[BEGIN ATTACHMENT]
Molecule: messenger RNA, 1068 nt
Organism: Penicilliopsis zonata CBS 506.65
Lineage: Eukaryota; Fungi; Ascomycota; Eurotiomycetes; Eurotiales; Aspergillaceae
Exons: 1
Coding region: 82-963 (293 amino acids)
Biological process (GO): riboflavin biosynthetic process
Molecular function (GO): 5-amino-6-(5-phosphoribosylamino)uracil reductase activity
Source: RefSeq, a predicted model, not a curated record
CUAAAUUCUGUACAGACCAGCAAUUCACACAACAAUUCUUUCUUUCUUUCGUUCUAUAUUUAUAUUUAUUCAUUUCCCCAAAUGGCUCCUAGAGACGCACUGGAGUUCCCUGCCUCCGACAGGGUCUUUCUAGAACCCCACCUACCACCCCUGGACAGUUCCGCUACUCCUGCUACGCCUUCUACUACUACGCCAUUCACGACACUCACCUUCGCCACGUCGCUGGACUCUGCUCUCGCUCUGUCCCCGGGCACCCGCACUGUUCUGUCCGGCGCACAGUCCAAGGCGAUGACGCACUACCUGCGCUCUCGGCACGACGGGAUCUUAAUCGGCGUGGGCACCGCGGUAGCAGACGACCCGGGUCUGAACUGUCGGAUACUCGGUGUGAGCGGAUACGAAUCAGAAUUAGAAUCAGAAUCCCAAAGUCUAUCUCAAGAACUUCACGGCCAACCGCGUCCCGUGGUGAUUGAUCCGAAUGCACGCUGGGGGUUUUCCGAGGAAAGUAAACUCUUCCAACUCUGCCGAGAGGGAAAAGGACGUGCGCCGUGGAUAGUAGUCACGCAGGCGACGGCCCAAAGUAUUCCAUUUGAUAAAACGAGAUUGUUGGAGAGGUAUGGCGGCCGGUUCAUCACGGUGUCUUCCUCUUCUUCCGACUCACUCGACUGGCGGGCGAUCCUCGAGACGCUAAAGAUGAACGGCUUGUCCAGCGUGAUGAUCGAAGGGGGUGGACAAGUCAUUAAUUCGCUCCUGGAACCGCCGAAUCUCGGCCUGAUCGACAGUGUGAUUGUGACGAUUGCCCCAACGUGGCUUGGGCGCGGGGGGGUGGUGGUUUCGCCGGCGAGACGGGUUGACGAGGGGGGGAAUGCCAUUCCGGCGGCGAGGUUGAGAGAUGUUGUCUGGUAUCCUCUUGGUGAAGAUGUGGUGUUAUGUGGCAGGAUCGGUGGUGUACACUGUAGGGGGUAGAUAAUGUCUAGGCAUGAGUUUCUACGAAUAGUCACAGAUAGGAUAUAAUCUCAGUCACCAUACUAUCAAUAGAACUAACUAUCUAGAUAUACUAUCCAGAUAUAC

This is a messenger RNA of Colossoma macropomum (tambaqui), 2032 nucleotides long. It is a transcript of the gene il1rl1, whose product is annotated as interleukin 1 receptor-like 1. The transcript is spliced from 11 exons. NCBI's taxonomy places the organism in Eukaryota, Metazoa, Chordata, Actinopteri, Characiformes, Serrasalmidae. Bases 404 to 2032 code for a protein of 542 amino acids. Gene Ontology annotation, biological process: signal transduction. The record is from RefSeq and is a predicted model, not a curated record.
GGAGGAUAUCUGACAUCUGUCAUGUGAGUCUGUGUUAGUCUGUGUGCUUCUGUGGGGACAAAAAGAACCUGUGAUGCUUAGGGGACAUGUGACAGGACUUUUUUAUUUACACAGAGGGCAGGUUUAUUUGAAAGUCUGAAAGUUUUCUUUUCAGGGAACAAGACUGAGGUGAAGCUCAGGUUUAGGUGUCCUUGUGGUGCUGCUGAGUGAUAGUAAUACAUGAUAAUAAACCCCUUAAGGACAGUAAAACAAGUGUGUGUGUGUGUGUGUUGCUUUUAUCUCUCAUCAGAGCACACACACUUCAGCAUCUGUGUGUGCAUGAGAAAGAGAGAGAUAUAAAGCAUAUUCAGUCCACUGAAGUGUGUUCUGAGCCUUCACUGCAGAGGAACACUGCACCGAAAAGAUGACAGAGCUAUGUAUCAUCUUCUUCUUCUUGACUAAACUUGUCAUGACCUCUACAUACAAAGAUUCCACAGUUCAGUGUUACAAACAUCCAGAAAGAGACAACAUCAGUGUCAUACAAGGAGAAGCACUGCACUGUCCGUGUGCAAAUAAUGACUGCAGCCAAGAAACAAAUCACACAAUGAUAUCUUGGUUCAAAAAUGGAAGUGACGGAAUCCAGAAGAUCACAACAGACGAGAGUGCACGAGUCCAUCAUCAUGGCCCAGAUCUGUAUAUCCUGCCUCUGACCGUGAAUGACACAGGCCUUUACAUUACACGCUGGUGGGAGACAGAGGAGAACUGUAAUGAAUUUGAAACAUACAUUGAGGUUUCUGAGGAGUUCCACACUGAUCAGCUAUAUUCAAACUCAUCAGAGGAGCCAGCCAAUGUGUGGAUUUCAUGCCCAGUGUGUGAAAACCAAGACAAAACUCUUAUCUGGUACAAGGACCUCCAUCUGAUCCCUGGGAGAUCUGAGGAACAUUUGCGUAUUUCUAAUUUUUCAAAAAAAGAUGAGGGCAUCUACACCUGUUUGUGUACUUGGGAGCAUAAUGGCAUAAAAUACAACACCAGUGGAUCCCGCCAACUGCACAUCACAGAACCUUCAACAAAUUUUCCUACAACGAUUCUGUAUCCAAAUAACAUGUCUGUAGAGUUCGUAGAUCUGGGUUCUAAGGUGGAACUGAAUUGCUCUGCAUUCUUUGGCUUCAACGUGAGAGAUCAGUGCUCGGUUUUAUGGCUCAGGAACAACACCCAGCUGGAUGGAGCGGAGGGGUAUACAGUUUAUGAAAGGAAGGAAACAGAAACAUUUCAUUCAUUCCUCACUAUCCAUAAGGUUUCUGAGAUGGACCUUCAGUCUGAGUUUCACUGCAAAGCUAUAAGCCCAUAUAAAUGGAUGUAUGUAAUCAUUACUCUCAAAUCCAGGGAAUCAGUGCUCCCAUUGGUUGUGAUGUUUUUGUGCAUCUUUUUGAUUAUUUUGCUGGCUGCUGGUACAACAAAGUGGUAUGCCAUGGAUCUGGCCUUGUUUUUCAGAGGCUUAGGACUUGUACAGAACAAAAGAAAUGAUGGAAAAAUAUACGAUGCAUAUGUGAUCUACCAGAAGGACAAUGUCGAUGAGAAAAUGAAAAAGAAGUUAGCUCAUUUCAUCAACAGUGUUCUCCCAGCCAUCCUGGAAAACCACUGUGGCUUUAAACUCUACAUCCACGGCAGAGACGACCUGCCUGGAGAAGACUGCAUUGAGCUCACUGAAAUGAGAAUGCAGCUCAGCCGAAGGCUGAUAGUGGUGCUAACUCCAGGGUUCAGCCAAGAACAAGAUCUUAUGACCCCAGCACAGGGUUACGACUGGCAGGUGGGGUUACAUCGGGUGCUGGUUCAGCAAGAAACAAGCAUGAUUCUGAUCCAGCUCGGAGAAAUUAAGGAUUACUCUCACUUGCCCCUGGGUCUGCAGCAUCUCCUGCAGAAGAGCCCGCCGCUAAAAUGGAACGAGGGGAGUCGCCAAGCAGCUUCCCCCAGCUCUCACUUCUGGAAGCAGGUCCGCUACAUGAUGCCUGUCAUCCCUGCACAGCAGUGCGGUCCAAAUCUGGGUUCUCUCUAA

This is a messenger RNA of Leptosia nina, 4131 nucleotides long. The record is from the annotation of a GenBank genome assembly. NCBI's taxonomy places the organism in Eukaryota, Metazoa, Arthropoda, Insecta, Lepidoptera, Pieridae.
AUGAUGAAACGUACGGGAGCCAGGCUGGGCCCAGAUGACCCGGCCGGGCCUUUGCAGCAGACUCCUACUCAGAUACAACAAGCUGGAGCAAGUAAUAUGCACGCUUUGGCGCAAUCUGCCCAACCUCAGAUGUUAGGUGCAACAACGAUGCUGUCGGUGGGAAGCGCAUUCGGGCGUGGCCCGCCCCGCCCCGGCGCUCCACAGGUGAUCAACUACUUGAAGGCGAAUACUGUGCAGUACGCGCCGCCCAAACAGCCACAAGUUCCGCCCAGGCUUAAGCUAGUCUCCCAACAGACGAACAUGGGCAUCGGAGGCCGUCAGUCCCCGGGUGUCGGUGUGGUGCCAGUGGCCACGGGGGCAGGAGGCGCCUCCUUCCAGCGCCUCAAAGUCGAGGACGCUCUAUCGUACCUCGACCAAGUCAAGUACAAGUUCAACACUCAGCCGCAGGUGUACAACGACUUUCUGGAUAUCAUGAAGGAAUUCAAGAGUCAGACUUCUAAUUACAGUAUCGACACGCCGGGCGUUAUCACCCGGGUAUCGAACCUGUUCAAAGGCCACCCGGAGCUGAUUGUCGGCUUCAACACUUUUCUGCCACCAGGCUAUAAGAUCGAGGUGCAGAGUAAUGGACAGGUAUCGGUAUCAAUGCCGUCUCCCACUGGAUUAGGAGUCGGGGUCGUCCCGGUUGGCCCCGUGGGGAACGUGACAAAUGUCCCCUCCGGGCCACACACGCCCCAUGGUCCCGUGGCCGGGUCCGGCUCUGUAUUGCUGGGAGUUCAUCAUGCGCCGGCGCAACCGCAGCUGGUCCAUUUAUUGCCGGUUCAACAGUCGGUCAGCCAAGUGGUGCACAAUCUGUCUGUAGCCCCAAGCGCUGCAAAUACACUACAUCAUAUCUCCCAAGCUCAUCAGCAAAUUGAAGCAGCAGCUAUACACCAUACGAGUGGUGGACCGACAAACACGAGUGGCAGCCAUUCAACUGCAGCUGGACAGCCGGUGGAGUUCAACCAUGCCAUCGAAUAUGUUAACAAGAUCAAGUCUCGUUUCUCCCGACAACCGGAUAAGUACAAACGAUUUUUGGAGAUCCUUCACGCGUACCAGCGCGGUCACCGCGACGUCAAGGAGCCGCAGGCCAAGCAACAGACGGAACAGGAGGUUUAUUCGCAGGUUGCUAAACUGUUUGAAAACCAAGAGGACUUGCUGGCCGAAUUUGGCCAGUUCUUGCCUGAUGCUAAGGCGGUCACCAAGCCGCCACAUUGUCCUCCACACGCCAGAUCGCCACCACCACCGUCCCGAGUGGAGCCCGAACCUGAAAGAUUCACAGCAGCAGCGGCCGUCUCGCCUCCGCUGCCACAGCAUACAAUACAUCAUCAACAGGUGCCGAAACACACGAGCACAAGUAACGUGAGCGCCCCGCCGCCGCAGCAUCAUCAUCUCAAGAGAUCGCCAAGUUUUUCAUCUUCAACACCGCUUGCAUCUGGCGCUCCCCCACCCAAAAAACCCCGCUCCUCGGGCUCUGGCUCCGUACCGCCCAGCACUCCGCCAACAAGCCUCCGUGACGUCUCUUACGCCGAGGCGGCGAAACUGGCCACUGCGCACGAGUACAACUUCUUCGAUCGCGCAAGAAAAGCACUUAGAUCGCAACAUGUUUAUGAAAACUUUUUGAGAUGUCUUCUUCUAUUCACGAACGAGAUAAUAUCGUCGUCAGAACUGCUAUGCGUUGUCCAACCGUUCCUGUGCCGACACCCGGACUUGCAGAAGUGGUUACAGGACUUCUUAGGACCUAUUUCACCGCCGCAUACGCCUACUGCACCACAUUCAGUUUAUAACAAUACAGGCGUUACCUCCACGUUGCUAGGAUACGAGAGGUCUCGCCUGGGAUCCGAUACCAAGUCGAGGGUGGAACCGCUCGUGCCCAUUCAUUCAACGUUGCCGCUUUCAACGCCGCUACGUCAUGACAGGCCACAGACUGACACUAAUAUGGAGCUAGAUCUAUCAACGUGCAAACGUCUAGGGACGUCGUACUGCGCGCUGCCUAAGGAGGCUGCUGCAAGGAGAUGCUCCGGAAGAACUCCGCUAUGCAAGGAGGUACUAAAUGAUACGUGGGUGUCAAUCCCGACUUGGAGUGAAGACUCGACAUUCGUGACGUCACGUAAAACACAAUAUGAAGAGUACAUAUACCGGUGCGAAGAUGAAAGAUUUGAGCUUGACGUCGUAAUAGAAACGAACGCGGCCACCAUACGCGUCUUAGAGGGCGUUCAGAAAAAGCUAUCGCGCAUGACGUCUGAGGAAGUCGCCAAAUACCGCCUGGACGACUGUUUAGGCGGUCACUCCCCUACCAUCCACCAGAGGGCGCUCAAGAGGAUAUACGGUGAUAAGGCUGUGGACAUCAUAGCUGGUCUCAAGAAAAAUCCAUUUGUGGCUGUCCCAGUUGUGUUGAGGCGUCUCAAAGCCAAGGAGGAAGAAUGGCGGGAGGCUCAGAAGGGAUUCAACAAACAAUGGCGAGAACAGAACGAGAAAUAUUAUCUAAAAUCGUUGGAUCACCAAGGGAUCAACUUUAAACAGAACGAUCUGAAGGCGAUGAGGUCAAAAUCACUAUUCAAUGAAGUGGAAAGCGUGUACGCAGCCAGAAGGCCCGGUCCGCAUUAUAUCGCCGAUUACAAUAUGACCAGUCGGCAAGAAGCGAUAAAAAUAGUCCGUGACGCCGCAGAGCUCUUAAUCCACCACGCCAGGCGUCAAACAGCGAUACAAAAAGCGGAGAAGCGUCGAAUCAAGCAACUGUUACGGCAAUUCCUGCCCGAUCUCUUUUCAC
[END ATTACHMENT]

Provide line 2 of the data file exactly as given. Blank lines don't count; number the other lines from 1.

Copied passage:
Organism: Penicilliopsis zonata CBS 506.65